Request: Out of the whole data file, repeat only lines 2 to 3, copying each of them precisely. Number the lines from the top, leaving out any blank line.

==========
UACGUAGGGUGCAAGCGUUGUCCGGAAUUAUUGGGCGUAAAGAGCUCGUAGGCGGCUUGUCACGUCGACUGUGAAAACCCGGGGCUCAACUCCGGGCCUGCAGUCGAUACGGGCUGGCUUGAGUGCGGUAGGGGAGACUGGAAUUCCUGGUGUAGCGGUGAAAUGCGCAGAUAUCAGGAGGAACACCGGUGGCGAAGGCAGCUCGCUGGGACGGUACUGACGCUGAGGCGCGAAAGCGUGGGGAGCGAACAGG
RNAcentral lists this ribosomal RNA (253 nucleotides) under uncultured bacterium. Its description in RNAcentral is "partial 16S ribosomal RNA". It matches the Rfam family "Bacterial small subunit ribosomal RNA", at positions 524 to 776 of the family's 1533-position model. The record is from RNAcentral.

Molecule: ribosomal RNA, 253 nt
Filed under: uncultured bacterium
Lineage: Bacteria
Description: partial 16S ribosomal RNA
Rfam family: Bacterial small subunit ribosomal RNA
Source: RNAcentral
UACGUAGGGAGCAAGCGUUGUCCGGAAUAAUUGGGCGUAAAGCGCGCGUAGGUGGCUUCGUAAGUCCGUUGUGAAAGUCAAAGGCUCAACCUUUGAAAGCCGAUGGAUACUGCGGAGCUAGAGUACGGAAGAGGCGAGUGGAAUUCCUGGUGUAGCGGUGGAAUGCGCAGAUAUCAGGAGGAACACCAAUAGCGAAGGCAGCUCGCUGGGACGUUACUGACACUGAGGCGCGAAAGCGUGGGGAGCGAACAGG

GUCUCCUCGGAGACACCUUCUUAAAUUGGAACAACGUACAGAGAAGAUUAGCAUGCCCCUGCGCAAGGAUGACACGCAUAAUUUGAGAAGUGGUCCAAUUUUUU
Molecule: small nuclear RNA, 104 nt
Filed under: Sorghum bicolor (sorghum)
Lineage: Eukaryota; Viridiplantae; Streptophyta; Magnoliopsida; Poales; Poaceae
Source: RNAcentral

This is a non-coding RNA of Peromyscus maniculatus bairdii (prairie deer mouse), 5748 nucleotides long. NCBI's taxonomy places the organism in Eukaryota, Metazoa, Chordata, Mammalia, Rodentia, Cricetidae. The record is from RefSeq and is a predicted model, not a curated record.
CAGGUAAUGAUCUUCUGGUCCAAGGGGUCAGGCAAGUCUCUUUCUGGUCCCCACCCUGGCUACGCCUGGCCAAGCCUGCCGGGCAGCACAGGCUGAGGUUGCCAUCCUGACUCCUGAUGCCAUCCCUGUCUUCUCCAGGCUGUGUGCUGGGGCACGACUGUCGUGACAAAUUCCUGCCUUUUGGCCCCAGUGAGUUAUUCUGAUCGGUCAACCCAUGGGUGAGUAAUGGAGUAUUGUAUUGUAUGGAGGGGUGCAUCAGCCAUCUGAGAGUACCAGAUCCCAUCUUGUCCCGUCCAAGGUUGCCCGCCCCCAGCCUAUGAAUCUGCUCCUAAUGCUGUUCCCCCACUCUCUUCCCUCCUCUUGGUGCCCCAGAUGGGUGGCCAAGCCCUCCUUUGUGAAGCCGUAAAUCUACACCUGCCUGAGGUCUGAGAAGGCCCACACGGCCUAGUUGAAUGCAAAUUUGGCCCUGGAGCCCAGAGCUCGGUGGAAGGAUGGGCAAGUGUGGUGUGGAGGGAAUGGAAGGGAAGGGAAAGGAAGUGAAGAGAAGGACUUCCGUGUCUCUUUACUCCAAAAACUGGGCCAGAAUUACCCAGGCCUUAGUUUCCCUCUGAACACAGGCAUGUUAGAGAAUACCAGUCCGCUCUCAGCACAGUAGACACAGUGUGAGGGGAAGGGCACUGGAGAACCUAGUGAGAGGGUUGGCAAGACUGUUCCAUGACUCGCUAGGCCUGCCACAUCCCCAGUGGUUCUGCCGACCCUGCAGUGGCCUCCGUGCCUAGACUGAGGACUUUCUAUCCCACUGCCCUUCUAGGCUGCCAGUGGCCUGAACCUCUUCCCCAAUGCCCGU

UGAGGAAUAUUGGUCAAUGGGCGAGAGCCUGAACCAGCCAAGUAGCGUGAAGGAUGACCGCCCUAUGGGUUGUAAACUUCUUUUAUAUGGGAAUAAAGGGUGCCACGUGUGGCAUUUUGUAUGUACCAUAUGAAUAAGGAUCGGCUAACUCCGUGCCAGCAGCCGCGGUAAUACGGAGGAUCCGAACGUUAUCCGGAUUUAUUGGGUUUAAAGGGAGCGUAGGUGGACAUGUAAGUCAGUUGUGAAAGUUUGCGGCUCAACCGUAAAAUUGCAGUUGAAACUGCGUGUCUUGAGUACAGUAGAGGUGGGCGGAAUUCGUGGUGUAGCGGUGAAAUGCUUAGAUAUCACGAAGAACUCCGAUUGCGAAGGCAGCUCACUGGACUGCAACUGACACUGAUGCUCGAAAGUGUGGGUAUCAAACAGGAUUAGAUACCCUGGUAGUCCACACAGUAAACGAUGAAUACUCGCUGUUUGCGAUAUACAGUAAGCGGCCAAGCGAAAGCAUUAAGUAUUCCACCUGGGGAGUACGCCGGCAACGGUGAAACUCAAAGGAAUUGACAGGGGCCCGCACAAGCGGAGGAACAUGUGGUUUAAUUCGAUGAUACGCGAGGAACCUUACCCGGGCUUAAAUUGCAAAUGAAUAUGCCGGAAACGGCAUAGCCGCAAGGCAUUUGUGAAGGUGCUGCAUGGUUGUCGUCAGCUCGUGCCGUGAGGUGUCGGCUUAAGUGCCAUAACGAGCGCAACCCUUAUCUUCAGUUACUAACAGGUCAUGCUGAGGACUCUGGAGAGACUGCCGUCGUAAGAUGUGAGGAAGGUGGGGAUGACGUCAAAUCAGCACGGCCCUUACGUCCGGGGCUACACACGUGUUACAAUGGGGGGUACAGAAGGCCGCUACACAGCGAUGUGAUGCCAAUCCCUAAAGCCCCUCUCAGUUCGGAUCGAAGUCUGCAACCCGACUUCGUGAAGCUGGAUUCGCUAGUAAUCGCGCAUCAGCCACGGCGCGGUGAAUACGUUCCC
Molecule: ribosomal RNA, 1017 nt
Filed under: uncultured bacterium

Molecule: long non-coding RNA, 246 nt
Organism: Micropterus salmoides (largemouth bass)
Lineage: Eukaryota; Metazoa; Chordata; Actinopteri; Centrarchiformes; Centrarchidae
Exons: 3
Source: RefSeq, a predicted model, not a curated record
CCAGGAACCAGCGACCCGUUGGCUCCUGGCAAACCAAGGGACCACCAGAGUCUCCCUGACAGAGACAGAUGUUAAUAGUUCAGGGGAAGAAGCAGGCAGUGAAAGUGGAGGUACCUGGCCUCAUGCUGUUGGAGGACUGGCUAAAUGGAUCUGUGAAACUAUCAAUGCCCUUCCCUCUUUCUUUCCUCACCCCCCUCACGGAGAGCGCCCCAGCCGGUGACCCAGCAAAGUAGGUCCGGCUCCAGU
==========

RNAcentral lists this ribosomal RNA (253 nucleotides) under uncultured bacterium. Its description in RNAcentral is "partial 16S ribosomal RNA". It matches the Rfam family "Bacterial small subunit ribosomal RNA", at positions 524 to 776 of the family's 1533-position model. The record is from RNAcentral.

Molecule: ribosomal RNA, 253 nt